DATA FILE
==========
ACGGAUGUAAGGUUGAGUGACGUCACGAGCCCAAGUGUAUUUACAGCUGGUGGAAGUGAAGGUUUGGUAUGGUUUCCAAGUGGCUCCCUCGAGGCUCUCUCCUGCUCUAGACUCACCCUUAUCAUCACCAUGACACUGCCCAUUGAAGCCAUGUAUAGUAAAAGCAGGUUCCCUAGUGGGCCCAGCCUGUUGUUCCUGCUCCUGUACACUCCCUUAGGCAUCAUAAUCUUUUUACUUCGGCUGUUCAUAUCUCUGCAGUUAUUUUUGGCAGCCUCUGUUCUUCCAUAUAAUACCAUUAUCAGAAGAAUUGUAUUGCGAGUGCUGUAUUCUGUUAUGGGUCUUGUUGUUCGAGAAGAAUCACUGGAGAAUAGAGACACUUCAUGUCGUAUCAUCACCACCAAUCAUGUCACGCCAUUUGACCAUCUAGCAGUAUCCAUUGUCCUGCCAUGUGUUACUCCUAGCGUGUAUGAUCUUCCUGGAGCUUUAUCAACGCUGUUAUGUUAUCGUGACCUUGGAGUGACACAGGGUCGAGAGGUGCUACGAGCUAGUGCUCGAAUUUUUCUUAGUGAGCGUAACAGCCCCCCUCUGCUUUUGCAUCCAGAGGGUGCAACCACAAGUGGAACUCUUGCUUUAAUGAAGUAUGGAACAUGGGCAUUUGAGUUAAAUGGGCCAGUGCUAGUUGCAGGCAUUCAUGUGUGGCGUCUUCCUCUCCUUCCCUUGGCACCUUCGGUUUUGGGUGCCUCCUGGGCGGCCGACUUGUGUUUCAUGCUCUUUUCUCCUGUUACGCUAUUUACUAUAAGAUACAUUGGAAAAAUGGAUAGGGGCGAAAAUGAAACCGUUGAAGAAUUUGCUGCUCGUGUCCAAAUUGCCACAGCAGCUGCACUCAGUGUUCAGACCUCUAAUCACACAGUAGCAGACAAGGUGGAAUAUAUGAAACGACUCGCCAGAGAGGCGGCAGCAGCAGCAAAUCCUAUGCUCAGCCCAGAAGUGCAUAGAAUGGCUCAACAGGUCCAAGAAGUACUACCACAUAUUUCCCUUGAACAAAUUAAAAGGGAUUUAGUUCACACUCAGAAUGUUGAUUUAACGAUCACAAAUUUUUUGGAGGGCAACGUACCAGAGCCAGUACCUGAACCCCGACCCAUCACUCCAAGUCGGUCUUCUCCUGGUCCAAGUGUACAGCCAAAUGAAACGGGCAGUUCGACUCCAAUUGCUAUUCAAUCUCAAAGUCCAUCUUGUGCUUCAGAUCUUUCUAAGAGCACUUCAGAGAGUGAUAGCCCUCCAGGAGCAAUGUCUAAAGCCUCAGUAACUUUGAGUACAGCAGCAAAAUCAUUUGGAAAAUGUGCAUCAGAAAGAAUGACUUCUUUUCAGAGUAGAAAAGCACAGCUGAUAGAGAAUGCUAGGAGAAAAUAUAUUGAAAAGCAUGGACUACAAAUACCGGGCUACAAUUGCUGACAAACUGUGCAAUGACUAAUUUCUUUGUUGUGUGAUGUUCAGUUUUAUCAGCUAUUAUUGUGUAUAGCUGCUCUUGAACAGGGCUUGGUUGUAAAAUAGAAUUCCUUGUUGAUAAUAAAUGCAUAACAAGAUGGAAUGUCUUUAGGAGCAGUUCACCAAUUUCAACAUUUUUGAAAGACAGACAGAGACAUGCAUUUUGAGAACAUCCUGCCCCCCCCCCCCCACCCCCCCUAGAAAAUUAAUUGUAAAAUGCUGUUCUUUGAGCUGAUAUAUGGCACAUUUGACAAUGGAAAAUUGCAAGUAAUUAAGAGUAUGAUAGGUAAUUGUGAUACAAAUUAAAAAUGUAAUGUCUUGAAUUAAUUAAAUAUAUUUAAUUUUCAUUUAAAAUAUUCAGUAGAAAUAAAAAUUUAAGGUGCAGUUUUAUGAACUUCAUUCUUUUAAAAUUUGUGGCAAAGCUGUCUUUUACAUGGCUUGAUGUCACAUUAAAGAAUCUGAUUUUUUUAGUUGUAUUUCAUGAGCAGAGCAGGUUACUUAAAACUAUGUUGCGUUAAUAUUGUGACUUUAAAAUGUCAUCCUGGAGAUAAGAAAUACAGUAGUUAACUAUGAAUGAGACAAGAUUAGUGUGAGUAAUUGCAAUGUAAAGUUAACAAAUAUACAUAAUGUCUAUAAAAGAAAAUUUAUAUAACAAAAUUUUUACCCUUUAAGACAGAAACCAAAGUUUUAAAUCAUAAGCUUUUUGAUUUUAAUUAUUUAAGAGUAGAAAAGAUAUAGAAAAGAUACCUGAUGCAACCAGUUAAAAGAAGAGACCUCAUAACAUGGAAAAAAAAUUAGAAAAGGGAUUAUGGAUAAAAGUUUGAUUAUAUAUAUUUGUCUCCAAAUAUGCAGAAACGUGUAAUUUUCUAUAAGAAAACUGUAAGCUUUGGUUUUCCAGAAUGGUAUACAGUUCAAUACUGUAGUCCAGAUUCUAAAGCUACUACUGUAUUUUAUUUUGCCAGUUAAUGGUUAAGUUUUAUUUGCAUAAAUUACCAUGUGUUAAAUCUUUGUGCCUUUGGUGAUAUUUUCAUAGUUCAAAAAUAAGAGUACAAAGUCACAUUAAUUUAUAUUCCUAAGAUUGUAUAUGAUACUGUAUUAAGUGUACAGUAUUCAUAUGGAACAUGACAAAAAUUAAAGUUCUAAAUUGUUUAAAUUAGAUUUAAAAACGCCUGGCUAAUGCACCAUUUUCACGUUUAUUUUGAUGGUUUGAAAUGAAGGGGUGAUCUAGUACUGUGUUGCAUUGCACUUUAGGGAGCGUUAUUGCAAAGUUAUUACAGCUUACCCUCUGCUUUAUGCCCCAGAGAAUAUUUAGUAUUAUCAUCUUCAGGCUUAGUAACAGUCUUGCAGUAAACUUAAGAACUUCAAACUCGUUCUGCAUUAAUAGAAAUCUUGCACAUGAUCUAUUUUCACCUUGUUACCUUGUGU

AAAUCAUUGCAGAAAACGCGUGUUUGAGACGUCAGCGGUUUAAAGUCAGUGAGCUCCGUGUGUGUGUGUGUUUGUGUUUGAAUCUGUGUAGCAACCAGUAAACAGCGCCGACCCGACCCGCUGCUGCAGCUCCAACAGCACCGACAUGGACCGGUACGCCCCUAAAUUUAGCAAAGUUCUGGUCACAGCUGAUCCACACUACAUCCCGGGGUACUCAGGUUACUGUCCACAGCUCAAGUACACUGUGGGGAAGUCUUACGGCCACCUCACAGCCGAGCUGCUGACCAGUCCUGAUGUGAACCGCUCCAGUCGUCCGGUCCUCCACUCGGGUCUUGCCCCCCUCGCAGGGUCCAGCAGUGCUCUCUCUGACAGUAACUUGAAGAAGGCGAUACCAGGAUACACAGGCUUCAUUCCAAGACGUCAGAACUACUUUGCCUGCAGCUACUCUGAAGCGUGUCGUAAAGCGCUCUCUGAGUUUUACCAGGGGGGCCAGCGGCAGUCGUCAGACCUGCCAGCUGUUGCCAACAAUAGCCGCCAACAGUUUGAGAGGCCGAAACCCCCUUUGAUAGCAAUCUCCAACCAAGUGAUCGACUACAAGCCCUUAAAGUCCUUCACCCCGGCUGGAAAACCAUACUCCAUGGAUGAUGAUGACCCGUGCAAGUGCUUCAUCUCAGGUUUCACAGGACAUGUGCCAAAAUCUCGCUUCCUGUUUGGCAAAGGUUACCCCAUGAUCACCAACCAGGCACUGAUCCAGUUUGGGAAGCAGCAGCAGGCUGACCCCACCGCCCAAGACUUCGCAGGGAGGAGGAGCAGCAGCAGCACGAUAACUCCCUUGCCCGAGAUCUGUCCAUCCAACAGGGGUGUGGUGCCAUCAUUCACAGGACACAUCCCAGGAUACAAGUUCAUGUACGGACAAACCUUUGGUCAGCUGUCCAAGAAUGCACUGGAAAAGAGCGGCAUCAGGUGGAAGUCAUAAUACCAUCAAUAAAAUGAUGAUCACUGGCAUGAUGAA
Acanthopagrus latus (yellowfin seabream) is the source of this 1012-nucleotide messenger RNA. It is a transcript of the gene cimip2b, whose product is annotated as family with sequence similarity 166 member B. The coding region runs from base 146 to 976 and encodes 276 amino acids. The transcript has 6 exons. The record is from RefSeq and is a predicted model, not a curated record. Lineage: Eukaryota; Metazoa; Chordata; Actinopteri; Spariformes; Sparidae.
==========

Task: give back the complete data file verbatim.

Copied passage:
ACGGAUGUAAGGUUGAGUGACGUCACGAGCCCAAGUGUAUUUACAGCUGGUGGAAGUGAAGGUUUGGUAUGGUUUCCAAGUGGCUCCCUCGAGGCUCUCUCCUGCUCUAGACUCACCCUUAUCAUCACCAUGACACUGCCCAUUGAAGCCAUGUAUAGUAAAAGCAGGUUCCCUAGUGGGCCCAGCCUGUUGUUCCUGCUCCUGUACACUCCCUUAGGCAUCAUAAUCUUUUUACUUCGGCUGUUCAUAUCUCUGCAGUUAUUUUUGGCAGCCUCUGUUCUUCCAUAUAAUACCAUUAUCAGAAGAAUUGUAUUGCGAGUGCUGUAUUCUGUUAUGGGUCUUGUUGUUCGAGAAGAAUCACUGGAGAAUAGAGACACUUCAUGUCGUAUCAUCACCACCAAUCAUGUCACGCCAUUUGACCAUCUAGCAGUAUCCAUUGUCCUGCCAUGUGUUACUCCUAGCGUGUAUGAUCUUCCUGGAGCUUUAUCAACGCUGUUAUGUUAUCGUGACCUUGGAGUGACACAGGGUCGAGAGGUGCUACGAGCUAGUGCUCGAAUUUUUCUUAGUGAGCGUAACAGCCCCCCUCUGCUUUUGCAUCCAGAGGGUGCAACCACAAGUGGAACUCUUGCUUUAAUGAAGUAUGGAACAUGGGCAUUUGAGUUAAAUGGGCCAGUGCUAGUUGCAGGCAUUCAUGUGUGGCGUCUUCCUCUCCUUCCCUUGGCACCUUCGGUUUUGGGUGCCUCCUGGGCGGCCGACUUGUGUUUCAUGCUCUUUUCUCCUGUUACGCUAUUUACUAUAAGAUACAUUGGAAAAAUGGAUAGGGGCGAAAAUGAAACCGUUGAAGAAUUUGCUGCUCGUGUCCAAAUUGCCACAGCAGCUGCACUCAGUGUUCAGACCUCUAAUCACACAGUAGCAGACAAGGUGGAAUAUAUGAAACGACUCGCCAGAGAGGCGGCAGCAGCAGCAAAUCCUAUGCUCAGCCCAGAAGUGCAUAGAAUGGCUCAACAGGUCCAAGAAGUACUACCACAUAUUUCCCUUGAACAAAUUAAAAGGGAUUUAGUUCACACUCAGAAUGUUGAUUUAACGAUCACAAAUUUUUUGGAGGGCAACGUACCAGAGCCAGUACCUGAACCCCGACCCAUCACUCCAAGUCGGUCUUCUCCUGGUCCAAGUGUACAGCCAAAUGAAACGGGCAGUUCGACUCCAAUUGCUAUUCAAUCUCAAAGUCCAUCUUGUGCUUCAGAUCUUUCUAAGAGCACUUCAGAGAGUGAUAGCCCUCCAGGAGCAAUGUCUAAAGCCUCAGUAACUUUGAGUACAGCAGCAAAAUCAUUUGGAAAAUGUGCAUCAGAAAGAAUGACUUCUUUUCAGAGUAGAAAAGCACAGCUGAUAGAGAAUGCUAGGAGAAAAUAUAUUGAAAAGCAUGGACUACAAAUACCGGGCUACAAUUGCUGACAAACUGUGCAAUGACUAAUUUCUUUGUUGUGUGAUGUUCAGUUUUAUCAGCUAUUAUUGUGUAUAGCUGCUCUUGAACAGGGCUUGGUUGUAAAAUAGAAUUCCUUGUUGAUAAUAAAUGCAUAACAAGAUGGAAUGUCUUUAGGAGCAGUUCACCAAUUUCAACAUUUUUGAAAGACAGACAGAGACAUGCAUUUUGAGAACAUCCUGCCCCCCCCCCCCCACCCCCCCUAGAAAAUUAAUUGUAAAAUGCUGUUCUUUGAGCUGAUAUAUGGCACAUUUGACAAUGGAAAAUUGCAAGUAAUUAAGAGUAUGAUAGGUAAUUGUGAUACAAAUUAAAAAUGUAAUGUCUUGAAUUAAUUAAAUAUAUUUAAUUUUCAUUUAAAAUAUUCAGUAGAAAUAAAAAUUUAAGGUGCAGUUUUAUGAACUUCAUUCUUUUAAAAUUUGUGGCAAAGCUGUCUUUUACAUGGCUUGAUGUCACAUUAAAGAAUCUGAUUUUUUUAGUUGUAUUUCAUGAGCAGAGCAGGUUACUUAAAACUAUGUUGCGUUAAUAUUGUGACUUUAAAAUGUCAUCCUGGAGAUAAGAAAUACAGUAGUUAACUAUGAAUGAGACAAGAUUAGUGUGAGUAAUUGCAAUGUAAAGUUAACAAAUAUACAUAAUGUCUAUAAAAGAAAAUUUAUAUAACAAAAUUUUUACCCUUUAAGACAGAAACCAAAGUUUUAAAUCAUAAGCUUUUUGAUUUUAAUUAUUUAAGAGUAGAAAAGAUAUAGAAAAGAUACCUGAUGCAACCAGUUAAAAGAAGAGACCUCAUAACAUGGAAAAAAAAUUAGAAAAGGGAUUAUGGAUAAAAGUUUGAUUAUAUAUAUUUGUCUCCAAAUAUGCAGAAACGUGUAAUUUUCUAUAAGAAAACUGUAAGCUUUGGUUUUCCAGAAUGGUAUACAGUUCAAUACUGUAGUCCAGAUUCUAAAGCUACUACUGUAUUUUAUUUUGCCAGUUAAUGGUUAAGUUUUAUUUGCAUAAAUUACCAUGUGUUAAAUCUUUGUGCCUUUGGUGAUAUUUUCAUAGUUCAAAAAUAAGAGUACAAAGUCACAUUAAUUUAUAUUCCUAAGAUUGUAUAUGAUACUGUAUUAAGUGUACAGUAUUCAUAUGGAACAUGACAAAAAUUAAAGUUCUAAAUUGUUUAAAUUAGAUUUAAAAACGCCUGGCUAAUGCACCAUUUUCACGUUUAUUUUGAUGGUUUGAAAUGAAGGGGUGAUCUAGUACUGUGUUGCAUUGCACUUUAGGGAGCGUUAUUGCAAAGUUAUUACAGCUUACCCUCUGCUUUAUGCCCCAGAGAAUAUUUAGUAUUAUCAUCUUCAGGCUUAGUAACAGUCUUGCAGUAAACUUAAGAACUUCAAACUCGUUCUGCAUUAAUAGAAAUCUUGCACAUGAUCUAUUUUCACCUUGUUACCUUGUGU

AAAUCAUUGCAGAAAACGCGUGUUUGAGACGUCAGCGGUUUAAAGUCAGUGAGCUCCGUGUGUGUGUGUGUUUGUGUUUGAAUCUGUGUAGCAACCAGUAAACAGCGCCGACCCGACCCGCUGCUGCAGCUCCAACAGCACCGACAUGGACCGGUACGCCCCUAAAUUUAGCAAAGUUCUGGUCACAGCUGAUCCACACUACAUCCCGGGGUACUCAGGUUACUGUCCACAGCUCAAGUACACUGUGGGGAAGUCUUACGGCCACCUCACAGCCGAGCUGCUGACCAGUCCUGAUGUGAACCGCUCCAGUCGUCCGGUCCUCCACUCGGGUCUUGCCCCCCUCGCAGGGUCCAGCAGUGCUCUCUCUGACAGUAACUUGAAGAAGGCGAUACCAGGAUACACAGGCUUCAUUCCAAGACGUCAGAACUACUUUGCCUGCAGCUACUCUGAAGCGUGUCGUAAAGCGCUCUCUGAGUUUUACCAGGGGGGCCAGCGGCAGUCGUCAGACCUGCCAGCUGUUGCCAACAAUAGCCGCCAACAGUUUGAGAGGCCGAAACCCCCUUUGAUAGCAAUCUCCAACCAAGUGAUCGACUACAAGCCCUUAAAGUCCUUCACCCCGGCUGGAAAACCAUACUCCAUGGAUGAUGAUGACCCGUGCAAGUGCUUCAUCUCAGGUUUCACAGGACAUGUGCCAAAAUCUCGCUUCCUGUUUGGCAAAGGUUACCCCAUGAUCACCAACCAGGCACUGAUCCAGUUUGGGAAGCAGCAGCAGGCUGACCCCACCGCCCAAGACUUCGCAGGGAGGAGGAGCAGCAGCAGCACGAUAACUCCCUUGCCCGAGAUCUGUCCAUCCAACAGGGGUGUGGUGCCAUCAUUCACAGGACACAUCCCAGGAUACAAGUUCAUGUACGGACAAACCUUUGGUCAGCUGUCCAAGAAUGCACUGGAAAAGAGCGGCAUCAGGUGGAAGUCAUAAUACCAUCAAUAAAAUGAUGAUCACUGGCAUGAUGAA
Acanthopagrus latus (yellowfin seabream) is the source of this 1012-nucleotide messenger RNA. It is a transcript of the gene cimip2b, whose product is annotated as family with sequence similarity 166 member B. The coding region runs from base 146 to 976 and encodes 276 amino acids. The transcript has 6 exons. The record is from RefSeq and is a predicted model, not a curated record. Lineage: Eukaryota; Metazoa; Chordata; Actinopteri; Spariformes; Sparidae.